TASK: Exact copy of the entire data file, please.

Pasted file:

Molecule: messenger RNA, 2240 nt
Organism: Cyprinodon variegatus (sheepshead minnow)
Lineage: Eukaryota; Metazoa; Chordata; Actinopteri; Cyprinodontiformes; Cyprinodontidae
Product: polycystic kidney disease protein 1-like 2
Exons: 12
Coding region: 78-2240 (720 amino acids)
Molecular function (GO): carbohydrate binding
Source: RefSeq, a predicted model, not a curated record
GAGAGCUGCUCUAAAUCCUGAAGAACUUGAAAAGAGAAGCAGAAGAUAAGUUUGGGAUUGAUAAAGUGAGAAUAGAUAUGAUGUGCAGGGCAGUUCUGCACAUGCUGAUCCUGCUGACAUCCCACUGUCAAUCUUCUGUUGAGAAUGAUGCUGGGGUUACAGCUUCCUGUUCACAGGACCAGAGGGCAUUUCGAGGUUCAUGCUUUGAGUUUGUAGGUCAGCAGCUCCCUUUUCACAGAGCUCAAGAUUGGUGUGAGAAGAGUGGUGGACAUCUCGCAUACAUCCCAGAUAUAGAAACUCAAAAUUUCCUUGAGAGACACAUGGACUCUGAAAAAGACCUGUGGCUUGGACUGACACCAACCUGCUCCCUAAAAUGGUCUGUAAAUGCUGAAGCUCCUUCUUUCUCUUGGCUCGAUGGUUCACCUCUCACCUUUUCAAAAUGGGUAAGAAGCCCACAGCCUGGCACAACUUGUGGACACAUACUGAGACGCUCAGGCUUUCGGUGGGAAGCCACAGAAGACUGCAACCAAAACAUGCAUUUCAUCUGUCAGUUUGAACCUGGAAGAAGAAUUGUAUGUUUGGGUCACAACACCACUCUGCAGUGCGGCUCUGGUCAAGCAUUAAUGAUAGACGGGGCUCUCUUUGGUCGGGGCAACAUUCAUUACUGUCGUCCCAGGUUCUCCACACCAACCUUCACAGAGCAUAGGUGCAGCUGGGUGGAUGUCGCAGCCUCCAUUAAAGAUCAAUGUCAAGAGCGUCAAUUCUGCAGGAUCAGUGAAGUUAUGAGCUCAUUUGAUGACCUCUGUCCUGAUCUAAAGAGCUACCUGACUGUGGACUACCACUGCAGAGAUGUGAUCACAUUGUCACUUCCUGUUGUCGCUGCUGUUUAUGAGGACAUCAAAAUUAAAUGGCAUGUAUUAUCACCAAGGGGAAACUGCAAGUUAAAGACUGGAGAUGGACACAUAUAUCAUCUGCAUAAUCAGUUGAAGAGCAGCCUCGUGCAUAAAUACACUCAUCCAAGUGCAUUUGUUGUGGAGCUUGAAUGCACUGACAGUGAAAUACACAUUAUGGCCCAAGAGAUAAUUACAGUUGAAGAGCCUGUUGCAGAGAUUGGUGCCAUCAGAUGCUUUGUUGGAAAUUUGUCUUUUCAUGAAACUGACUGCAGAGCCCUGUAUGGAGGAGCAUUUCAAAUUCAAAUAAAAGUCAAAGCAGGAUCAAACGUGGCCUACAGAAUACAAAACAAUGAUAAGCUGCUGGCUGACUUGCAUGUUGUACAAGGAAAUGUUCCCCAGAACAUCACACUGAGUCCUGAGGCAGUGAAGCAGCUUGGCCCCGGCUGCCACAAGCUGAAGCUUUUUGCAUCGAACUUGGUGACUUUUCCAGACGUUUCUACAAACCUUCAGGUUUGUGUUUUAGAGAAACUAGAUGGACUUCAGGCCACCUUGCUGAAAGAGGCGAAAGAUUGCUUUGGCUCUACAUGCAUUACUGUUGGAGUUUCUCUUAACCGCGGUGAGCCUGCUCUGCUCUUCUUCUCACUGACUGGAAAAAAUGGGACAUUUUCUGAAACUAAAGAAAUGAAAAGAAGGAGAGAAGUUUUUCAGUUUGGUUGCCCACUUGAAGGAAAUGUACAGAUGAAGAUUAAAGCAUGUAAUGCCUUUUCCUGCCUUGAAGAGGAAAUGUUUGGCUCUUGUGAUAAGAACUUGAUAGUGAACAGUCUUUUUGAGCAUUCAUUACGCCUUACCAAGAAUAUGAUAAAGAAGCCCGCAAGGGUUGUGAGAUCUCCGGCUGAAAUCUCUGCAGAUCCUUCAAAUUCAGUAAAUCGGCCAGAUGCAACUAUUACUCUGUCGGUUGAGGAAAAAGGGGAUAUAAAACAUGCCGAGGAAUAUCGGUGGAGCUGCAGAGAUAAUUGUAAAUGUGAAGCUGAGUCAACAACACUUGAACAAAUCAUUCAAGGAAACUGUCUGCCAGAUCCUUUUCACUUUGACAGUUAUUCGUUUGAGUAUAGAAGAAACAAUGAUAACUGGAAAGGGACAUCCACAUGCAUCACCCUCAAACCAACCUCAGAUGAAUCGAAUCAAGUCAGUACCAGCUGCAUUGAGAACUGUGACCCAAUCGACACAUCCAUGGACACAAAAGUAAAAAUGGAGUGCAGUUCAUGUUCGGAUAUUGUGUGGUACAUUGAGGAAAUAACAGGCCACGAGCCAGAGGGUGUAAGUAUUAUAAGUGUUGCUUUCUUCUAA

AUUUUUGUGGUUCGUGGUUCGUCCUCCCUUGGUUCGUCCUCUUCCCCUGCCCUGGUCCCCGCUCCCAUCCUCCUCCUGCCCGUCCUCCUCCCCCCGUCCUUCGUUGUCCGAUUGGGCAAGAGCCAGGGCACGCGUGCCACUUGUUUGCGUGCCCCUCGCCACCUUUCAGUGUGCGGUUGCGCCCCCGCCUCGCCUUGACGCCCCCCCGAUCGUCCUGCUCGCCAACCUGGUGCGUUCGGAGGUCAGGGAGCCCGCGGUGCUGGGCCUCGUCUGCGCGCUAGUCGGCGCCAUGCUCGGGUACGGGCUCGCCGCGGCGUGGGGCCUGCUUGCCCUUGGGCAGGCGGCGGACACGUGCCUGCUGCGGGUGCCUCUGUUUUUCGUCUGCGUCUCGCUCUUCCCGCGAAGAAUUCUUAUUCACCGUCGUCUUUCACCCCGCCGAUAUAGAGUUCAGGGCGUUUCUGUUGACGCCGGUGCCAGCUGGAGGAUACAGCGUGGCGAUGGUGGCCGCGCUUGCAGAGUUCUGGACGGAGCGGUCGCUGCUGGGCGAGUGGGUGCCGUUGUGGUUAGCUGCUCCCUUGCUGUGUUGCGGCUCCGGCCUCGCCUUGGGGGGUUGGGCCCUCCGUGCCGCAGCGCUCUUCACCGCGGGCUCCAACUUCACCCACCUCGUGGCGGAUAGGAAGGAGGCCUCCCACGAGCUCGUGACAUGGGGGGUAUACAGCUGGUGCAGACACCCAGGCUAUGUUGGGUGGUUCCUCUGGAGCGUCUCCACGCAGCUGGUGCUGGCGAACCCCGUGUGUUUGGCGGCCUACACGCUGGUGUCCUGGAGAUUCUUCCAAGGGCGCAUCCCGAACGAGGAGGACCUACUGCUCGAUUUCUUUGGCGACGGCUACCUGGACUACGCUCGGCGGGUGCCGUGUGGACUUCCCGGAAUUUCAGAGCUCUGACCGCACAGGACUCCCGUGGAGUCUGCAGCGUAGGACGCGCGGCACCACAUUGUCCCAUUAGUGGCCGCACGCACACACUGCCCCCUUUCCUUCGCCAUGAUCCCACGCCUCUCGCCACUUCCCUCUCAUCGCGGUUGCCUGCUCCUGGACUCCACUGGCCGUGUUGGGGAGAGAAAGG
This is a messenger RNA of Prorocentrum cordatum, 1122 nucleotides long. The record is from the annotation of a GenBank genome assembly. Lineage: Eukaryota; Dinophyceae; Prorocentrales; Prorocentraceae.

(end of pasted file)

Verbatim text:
Molecule: messenger RNA, 2240 nt
Organism: Cyprinodon variegatus (sheepshead minnow)
Lineage: Eukaryota; Metazoa; Chordata; Actinopteri; Cyprinodontiformes; Cyprinodontidae
Product: polycystic kidney disease protein 1-like 2
Exons: 12
Coding region: 78-2240 (720 amino acids)
Molecular function (GO): carbohydrate binding
Source: RefSeq, a predicted model, not a curated record
GAGAGCUGCUCUAAAUCCUGAAGAACUUGAAAAGAGAAGCAGAAGAUAAGUUUGGGAUUGAUAAAGUGAGAAUAGAUAUGAUGUGCAGGGCAGUUCUGCACAUGCUGAUCCUGCUGACAUCCCACUGUCAAUCUUCUGUUGAGAAUGAUGCUGGGGUUACAGCUUCCUGUUCACAGGACCAGAGGGCAUUUCGAGGUUCAUGCUUUGAGUUUGUAGGUCAGCAGCUCCCUUUUCACAGAGCUCAAGAUUGGUGUGAGAAGAGUGGUGGACAUCUCGCAUACAUCCCAGAUAUAGAAACUCAAAAUUUCCUUGAGAGACACAUGGACUCUGAAAAAGACCUGUGGCUUGGACUGACACCAACCUGCUCCCUAAAAUGGUCUGUAAAUGCUGAAGCUCCUUCUUUCUCUUGGCUCGAUGGUUCACCUCUCACCUUUUCAAAAUGGGUAAGAAGCCCACAGCCUGGCACAACUUGUGGACACAUACUGAGACGCUCAGGCUUUCGGUGGGAAGCCACAGAAGACUGCAACCAAAACAUGCAUUUCAUCUGUCAGUUUGAACCUGGAAGAAGAAUUGUAUGUUUGGGUCACAACACCACUCUGCAGUGCGGCUCUGGUCAAGCAUUAAUGAUAGACGGGGCUCUCUUUGGUCGGGGCAACAUUCAUUACUGUCGUCCCAGGUUCUCCACACCAACCUUCACAGAGCAUAGGUGCAGCUGGGUGGAUGUCGCAGCCUCCAUUAAAGAUCAAUGUCAAGAGCGUCAAUUCUGCAGGAUCAGUGAAGUUAUGAGCUCAUUUGAUGACCUCUGUCCUGAUCUAAAGAGCUACCUGACUGUGGACUACCACUGCAGAGAUGUGAUCACAUUGUCACUUCCUGUUGUCGCUGCUGUUUAUGAGGACAUCAAAAUUAAAUGGCAUGUAUUAUCACCAAGGGGAAACUGCAAGUUAAAGACUGGAGAUGGACACAUAUAUCAUCUGCAUAAUCAGUUGAAGAGCAGCCUCGUGCAUAAAUACACUCAUCCAAGUGCAUUUGUUGUGGAGCUUGAAUGCACUGACAGUGAAAUACACAUUAUGGCCCAAGAGAUAAUUACAGUUGAAGAGCCUGUUGCAGAGAUUGGUGCCAUCAGAUGCUUUGUUGGAAAUUUGUCUUUUCAUGAAACUGACUGCAGAGCCCUGUAUGGAGGAGCAUUUCAAAUUCAAAUAAAAGUCAAAGCAGGAUCAAACGUGGCCUACAGAAUACAAAACAAUGAUAAGCUGCUGGCUGACUUGCAUGUUGUACAAGGAAAUGUUCCCCAGAACAUCACACUGAGUCCUGAGGCAGUGAAGCAGCUUGGCCCCGGCUGCCACAAGCUGAAGCUUUUUGCAUCGAACUUGGUGACUUUUCCAGACGUUUCUACAAACCUUCAGGUUUGUGUUUUAGAGAAACUAGAUGGACUUCAGGCCACCUUGCUGAAAGAGGCGAAAGAUUGCUUUGGCUCUACAUGCAUUACUGUUGGAGUUUCUCUUAACCGCGGUGAGCCUGCUCUGCUCUUCUUCUCACUGACUGGAAAAAAUGGGACAUUUUCUGAAACUAAAGAAAUGAAAAGAAGGAGAGAAGUUUUUCAGUUUGGUUGCCCACUUGAAGGAAAUGUACAGAUGAAGAUUAAAGCAUGUAAUGCCUUUUCCUGCCUUGAAGAGGAAAUGUUUGGCUCUUGUGAUAAGAACUUGAUAGUGAACAGUCUUUUUGAGCAUUCAUUACGCCUUACCAAGAAUAUGAUAAAGAAGCCCGCAAGGGUUGUGAGAUCUCCGGCUGAAAUCUCUGCAGAUCCUUCAAAUUCAGUAAAUCGGCCAGAUGCAACUAUUACUCUGUCGGUUGAGGAAAAAGGGGAUAUAAAACAUGCCGAGGAAUAUCGGUGGAGCUGCAGAGAUAAUUGUAAAUGUGAAGCUGAGUCAACAACACUUGAACAAAUCAUUCAAGGAAACUGUCUGCCAGAUCCUUUUCACUUUGACAGUUAUUCGUUUGAGUAUAGAAGAAACAAUGAUAACUGGAAAGGGACAUCCACAUGCAUCACCCUCAAACCAACCUCAGAUGAAUCGAAUCAAGUCAGUACCAGCUGCAUUGAGAACUGUGACCCAAUCGACACAUCCAUGGACACAAAAGUAAAAAUGGAGUGCAGUUCAUGUUCGGAUAUUGUGUGGUACAUUGAGGAAAUAACAGGCCACGAGCCAGAGGGUGUAAGUAUUAUAAGUGUUGCUUUCUUCUAA

AUUUUUGUGGUUCGUGGUUCGUCCUCCCUUGGUUCGUCCUCUUCCCCUGCCCUGGUCCCCGCUCCCAUCCUCCUCCUGCCCGUCCUCCUCCCCCCGUCCUUCGUUGUCCGAUUGGGCAAGAGCCAGGGCACGCGUGCCACUUGUUUGCGUGCCCCUCGCCACCUUUCAGUGUGCGGUUGCGCCCCCGCCUCGCCUUGACGCCCCCCCGAUCGUCCUGCUCGCCAACCUGGUGCGUUCGGAGGUCAGGGAGCCCGCGGUGCUGGGCCUCGUCUGCGCGCUAGUCGGCGCCAUGCUCGGGUACGGGCUCGCCGCGGCGUGGGGCCUGCUUGCCCUUGGGCAGGCGGCGGACACGUGCCUGCUGCGGGUGCCUCUGUUUUUCGUCUGCGUCUCGCUCUUCCCGCGAAGAAUUCUUAUUCACCGUCGUCUUUCACCCCGCCGAUAUAGAGUUCAGGGCGUUUCUGUUGACGCCGGUGCCAGCUGGAGGAUACAGCGUGGCGAUGGUGGCCGCGCUUGCAGAGUUCUGGACGGAGCGGUCGCUGCUGGGCGAGUGGGUGCCGUUGUGGUUAGCUGCUCCCUUGCUGUGUUGCGGCUCCGGCCUCGCCUUGGGGGGUUGGGCCCUCCGUGCCGCAGCGCUCUUCACCGCGGGCUCCAACUUCACCCACCUCGUGGCGGAUAGGAAGGAGGCCUCCCACGAGCUCGUGACAUGGGGGGUAUACAGCUGGUGCAGACACCCAGGCUAUGUUGGGUGGUUCCUCUGGAGCGUCUCCACGCAGCUGGUGCUGGCGAACCCCGUGUGUUUGGCGGCCUACACGCUGGUGUCCUGGAGAUUCUUCCAAGGGCGCAUCCCGAACGAGGAGGACCUACUGCUCGAUUUCUUUGGCGACGGCUACCUGGACUACGCUCGGCGGGUGCCGUGUGGACUUCCCGGAAUUUCAGAGCUCUGACCGCACAGGACUCCCGUGGAGUCUGCAGCGUAGGACGCGCGGCACCACAUUGUCCCAUUAGUGGCCGCACGCACACACUGCCCCCUUUCCUUCGCCAUGAUCCCACGCCUCUCGCCACUUCCCUCUCAUCGCGGUUGCCUGCUCCUGGACUCCACUGGCCGUGUUGGGGAGAGAAAGG
This is a messenger RNA of Prorocentrum cordatum, 1122 nucleotides long. The record is from the annotation of a GenBank genome assembly. Lineage: Eukaryota; Dinophyceae; Prorocentrales; Prorocentraceae.